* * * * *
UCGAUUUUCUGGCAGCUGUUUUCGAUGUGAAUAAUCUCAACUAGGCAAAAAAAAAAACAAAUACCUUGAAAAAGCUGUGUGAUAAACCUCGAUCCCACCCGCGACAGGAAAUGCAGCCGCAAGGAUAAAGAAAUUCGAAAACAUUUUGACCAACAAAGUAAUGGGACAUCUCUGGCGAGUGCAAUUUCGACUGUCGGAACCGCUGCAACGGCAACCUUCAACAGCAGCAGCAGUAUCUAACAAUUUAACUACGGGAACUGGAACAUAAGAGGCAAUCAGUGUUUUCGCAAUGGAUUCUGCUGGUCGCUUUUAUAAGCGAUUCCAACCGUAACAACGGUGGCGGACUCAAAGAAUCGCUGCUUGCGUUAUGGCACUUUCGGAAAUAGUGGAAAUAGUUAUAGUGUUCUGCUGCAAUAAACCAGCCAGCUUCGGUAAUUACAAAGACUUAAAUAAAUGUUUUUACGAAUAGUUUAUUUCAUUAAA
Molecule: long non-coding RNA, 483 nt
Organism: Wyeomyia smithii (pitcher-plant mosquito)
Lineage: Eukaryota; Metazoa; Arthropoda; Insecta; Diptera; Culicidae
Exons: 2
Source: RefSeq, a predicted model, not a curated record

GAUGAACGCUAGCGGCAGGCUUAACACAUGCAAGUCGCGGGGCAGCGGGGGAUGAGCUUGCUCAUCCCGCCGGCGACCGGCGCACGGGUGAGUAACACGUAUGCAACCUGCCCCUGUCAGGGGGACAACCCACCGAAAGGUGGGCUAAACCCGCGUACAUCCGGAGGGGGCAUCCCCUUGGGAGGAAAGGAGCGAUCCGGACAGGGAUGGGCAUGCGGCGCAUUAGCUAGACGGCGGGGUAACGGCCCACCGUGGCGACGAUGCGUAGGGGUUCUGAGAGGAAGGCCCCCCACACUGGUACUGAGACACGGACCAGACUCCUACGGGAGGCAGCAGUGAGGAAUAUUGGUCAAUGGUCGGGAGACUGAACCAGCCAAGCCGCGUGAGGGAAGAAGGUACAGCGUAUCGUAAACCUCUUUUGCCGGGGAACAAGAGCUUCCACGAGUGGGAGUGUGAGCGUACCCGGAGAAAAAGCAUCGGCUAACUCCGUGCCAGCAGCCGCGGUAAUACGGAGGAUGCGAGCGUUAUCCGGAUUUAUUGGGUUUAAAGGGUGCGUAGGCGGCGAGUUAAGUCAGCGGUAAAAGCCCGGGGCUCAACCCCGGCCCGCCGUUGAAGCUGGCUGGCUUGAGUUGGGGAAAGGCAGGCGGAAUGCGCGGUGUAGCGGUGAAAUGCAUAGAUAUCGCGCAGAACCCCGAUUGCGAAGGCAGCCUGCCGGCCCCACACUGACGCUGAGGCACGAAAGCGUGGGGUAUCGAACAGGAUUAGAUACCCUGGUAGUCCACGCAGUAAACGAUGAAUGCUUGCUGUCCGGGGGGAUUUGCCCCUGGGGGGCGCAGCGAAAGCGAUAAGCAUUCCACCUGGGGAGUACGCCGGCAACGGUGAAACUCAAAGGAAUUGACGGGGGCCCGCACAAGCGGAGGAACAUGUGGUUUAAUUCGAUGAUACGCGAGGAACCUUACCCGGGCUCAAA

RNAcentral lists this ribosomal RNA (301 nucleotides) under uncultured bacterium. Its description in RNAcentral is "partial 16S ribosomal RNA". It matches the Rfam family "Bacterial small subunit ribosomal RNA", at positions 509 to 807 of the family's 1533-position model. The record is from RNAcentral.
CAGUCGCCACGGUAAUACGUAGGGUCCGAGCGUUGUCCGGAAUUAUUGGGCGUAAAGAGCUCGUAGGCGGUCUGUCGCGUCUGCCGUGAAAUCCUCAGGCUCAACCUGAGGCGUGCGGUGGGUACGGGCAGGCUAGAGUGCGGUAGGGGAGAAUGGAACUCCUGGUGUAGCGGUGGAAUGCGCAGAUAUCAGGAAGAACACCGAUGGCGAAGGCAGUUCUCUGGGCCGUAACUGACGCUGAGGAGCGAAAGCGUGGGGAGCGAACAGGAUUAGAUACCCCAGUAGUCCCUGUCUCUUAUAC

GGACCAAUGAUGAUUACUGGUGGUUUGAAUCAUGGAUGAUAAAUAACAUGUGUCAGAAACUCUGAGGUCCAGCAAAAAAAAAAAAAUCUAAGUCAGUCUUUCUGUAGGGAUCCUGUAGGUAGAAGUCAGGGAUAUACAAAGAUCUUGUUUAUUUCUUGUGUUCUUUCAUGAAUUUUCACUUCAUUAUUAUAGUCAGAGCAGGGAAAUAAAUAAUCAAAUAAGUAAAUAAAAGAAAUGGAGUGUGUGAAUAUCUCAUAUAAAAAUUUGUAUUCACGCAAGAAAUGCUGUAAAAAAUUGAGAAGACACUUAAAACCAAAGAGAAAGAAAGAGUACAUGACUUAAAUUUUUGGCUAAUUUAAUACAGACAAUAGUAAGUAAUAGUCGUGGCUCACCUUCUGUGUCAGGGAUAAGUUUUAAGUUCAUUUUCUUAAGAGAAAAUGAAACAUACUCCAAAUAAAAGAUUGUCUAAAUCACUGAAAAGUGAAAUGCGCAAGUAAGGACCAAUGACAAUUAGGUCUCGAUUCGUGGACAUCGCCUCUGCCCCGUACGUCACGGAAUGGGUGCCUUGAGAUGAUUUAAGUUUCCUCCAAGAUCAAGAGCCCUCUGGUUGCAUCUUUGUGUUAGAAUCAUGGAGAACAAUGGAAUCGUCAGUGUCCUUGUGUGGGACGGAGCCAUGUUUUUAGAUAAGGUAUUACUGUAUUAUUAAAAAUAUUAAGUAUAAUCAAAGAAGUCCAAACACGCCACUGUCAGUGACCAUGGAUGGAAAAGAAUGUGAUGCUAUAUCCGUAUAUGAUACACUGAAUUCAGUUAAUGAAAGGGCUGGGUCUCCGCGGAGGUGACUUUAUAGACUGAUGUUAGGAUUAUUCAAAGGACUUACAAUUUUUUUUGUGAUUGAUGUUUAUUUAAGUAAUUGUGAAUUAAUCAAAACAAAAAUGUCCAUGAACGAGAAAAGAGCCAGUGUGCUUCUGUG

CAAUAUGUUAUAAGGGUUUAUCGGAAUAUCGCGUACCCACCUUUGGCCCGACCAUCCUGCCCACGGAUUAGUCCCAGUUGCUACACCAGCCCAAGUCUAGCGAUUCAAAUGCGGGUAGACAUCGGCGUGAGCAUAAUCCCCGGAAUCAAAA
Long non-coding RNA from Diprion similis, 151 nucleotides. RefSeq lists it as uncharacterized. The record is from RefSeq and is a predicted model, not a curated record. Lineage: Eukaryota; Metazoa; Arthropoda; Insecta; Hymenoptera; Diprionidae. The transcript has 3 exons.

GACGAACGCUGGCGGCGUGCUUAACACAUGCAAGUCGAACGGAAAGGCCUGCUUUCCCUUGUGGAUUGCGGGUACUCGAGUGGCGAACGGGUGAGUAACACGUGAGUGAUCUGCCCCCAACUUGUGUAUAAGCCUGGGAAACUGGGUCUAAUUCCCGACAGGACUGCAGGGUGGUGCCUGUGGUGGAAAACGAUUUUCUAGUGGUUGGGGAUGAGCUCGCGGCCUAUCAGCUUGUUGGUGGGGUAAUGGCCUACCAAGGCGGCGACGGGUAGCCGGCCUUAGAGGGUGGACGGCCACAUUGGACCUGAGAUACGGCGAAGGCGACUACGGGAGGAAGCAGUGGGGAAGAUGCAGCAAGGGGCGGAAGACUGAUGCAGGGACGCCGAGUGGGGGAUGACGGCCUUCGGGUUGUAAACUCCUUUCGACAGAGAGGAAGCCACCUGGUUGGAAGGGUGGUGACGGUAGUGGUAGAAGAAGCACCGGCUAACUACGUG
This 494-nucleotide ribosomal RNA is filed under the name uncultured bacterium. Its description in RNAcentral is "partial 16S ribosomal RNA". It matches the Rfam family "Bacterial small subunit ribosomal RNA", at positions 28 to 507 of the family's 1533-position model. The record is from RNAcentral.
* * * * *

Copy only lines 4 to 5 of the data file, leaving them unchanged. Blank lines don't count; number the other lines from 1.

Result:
Lineage: Eukaryota; Metazoa; Arthropoda; Insecta; Diptera; Culicidae
Exons: 2